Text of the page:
Conservatives Say Houston Pastors Subpoenas Matter Is ‘Far From Over’

(PHOTO: COURTESY OF ROBERT STARLING) The Rev. William Owens, president of the Coalition of African American Pastors, speaks at a press conference in Houston, Texas, Tuesday, Oct. 28, 2014, in support of the five pastors who were subpoenaed to hand over their sermons and speeches to Mayor Annise Parker and the city attorney. Owens was joined by Bishop Michael Bates, senior pastor of Calvary Christian Center in St. Louis, Missouri; Cherilyn Eagar, president of American Leadership Fund; and Jeff Chamberlain.
(PHOTO: COURTESY OF ROBERT STARLING)
The Rev. William Owens, president of the Coalition of African American Pastors, speaks at a press conference in Houston, Texas, Tuesday, Oct. 28, 2014, in support of the five pastors who were subpoenaed to hand over their sermons and speeches to Mayor Annise Parker and the city attorney. Owens was joined by Bishop Michael Bates, senior pastor of Calvary Christian Center in St. Louis, Missouri; Cherilyn Eagar, president of American Leadership Fund; and Jeff Chamberlain.

Conservative groups believe there’s still much to be done in Houston after Mayor Annise Parker dropped her controversial subpoenas against five pastors who had spoken against homosexuality and the city’s Equal Rights Ordinance.

“Mayor Parker claims she withdrew the subpoenas not because she was wrong to issue them in the first place, but because they were not ‘serving Houston,'” said the conservative American Family Association, which noted that while Parker’s decision was a success, the matter “was far from over.”

“In reality, what they were not serving is the foundation of our nation: religious liberty and the right of conscience.”

Earlier this year, Houston’s city government passed an LGBT ordinance that critics said would, among other things, allow men who identify as female to use women’s bathrooms, and women to identify as male to use men’s bathrooms.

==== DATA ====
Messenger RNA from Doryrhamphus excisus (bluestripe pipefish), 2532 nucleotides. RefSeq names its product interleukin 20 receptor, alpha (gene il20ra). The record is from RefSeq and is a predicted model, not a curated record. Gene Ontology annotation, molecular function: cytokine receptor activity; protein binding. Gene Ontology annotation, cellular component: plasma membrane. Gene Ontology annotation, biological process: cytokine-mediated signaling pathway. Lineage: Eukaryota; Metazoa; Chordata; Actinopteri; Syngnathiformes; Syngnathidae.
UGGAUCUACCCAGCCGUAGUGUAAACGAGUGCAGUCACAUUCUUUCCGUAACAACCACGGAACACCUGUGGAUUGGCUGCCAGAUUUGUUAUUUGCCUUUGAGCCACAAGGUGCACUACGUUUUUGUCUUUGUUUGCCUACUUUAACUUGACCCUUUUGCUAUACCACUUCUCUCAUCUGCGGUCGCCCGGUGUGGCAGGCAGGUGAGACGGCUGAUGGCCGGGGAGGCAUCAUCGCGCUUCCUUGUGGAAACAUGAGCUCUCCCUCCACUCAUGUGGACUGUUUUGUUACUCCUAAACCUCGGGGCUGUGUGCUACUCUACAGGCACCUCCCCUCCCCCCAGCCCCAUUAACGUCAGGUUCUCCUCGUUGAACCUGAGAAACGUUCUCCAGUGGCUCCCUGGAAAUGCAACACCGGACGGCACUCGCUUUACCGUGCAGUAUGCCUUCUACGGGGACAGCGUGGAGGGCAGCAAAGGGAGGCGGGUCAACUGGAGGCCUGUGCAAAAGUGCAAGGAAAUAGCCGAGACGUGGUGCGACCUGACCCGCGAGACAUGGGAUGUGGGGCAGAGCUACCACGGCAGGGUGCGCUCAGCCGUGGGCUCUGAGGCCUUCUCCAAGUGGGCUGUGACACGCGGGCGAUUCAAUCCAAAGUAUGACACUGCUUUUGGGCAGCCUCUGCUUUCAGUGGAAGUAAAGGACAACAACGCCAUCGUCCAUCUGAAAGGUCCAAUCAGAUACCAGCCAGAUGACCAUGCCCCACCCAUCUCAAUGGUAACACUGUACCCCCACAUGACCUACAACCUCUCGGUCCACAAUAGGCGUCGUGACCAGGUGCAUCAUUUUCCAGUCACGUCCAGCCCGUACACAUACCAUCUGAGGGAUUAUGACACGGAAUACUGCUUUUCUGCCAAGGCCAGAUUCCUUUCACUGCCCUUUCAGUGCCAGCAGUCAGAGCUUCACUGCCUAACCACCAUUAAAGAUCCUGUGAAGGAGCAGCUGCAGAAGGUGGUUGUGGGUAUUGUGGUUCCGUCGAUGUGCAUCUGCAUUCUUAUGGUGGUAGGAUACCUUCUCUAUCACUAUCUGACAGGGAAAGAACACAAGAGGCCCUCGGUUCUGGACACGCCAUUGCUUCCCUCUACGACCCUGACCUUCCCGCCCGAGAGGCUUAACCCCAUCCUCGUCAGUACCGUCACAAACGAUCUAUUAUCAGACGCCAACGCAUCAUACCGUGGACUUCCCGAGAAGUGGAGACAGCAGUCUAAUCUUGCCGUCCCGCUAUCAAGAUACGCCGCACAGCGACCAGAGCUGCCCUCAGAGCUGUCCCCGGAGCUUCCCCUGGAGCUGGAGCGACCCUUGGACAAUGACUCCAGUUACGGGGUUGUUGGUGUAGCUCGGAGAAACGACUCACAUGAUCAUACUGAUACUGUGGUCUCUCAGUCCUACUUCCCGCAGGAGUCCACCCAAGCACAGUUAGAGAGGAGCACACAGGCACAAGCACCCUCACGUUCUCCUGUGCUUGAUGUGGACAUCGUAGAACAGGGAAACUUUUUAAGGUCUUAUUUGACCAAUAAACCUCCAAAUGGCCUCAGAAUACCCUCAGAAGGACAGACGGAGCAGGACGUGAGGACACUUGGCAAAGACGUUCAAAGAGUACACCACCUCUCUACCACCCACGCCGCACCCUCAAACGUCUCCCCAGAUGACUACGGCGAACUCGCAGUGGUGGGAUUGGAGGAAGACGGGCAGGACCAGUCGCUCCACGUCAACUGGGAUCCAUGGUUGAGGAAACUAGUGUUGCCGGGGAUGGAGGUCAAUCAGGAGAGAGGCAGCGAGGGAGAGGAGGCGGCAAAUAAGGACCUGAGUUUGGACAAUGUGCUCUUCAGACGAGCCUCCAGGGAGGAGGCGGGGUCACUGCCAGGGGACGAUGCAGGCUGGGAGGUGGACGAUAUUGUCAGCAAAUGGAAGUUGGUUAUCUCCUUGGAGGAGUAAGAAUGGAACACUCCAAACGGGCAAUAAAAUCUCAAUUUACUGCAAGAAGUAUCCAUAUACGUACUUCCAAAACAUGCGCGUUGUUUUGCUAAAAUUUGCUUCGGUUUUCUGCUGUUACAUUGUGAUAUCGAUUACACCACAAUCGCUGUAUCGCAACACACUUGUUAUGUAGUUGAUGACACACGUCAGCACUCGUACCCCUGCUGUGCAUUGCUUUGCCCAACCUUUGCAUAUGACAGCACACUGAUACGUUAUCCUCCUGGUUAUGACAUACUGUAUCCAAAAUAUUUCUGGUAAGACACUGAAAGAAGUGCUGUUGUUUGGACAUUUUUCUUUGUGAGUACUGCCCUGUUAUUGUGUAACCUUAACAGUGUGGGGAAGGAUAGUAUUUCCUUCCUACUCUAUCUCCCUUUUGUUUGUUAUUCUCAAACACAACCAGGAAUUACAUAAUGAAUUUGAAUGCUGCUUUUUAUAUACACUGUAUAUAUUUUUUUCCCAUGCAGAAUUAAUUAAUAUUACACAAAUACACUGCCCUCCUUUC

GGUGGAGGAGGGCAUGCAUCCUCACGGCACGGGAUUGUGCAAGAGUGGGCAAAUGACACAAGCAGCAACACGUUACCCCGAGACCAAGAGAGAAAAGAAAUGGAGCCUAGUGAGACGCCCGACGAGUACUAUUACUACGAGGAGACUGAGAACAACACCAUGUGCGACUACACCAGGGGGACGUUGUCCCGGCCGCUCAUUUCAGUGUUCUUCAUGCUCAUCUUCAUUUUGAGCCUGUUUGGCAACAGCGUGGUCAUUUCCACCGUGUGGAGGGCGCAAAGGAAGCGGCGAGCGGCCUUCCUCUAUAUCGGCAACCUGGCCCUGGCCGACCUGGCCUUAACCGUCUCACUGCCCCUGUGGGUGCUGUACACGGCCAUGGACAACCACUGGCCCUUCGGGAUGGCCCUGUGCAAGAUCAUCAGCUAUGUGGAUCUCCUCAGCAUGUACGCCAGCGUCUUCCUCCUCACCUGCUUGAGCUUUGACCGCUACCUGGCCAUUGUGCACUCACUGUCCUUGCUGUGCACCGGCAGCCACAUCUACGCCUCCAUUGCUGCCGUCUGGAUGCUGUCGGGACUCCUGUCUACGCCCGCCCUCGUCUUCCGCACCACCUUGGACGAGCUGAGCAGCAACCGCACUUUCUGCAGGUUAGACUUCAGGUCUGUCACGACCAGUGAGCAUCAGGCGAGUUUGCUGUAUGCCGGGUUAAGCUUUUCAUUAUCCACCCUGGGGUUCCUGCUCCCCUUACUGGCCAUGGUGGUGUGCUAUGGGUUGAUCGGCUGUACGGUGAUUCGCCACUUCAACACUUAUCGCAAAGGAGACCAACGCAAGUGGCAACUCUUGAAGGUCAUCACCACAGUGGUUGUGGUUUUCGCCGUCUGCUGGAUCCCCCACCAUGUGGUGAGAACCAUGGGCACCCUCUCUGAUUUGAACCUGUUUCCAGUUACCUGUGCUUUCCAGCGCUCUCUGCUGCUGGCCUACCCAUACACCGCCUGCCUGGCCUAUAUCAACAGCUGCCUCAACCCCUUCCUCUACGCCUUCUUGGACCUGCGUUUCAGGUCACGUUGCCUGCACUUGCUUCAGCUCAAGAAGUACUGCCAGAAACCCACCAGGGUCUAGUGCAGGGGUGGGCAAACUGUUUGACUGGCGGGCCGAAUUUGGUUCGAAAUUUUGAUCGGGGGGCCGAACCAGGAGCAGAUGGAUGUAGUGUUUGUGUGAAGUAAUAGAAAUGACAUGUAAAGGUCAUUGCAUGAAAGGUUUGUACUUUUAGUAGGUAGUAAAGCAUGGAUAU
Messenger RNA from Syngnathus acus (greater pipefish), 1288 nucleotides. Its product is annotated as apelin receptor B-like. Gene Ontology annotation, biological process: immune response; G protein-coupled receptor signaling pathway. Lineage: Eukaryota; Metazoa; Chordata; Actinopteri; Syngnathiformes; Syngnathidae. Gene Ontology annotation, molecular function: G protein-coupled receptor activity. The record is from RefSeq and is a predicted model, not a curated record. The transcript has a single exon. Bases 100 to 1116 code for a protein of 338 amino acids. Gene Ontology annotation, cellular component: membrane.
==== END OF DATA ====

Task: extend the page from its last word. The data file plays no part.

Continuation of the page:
Conservative groups and pastors were able to get tens of thousands of signatures to put the ordinance, known as the Houston Equal Rights Ordinance, on the November ballot.

However, the city refused to recognize the petition and so they were taken to court. Under this context, Houston issued subpoenas for five pastors demanding they turn over their sermons or speeches that dealt with homosexuality, Parker, or HERO.

As with AFA, the Family Research Council has also argued that the situation is not over, claiming that the climate of political intimidation remains.

“While we are encouraged by this evidence that the mayor is responding to pressure and withdrawing her unconstitutional subpoenas, this is about far more than subpoenas,” said FRC President Tony Perkins.

“As we have stated since the beginning of this intrusion into the private affairs of Houston churches; this is not about subpoenas, this is not about sermons, it is not even about biblical teaching on sexual immorality, it is about political intimidation and the bullying by Mayor Parker that continues.”

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SOURCE: The Christian Post
Michael Gryboski

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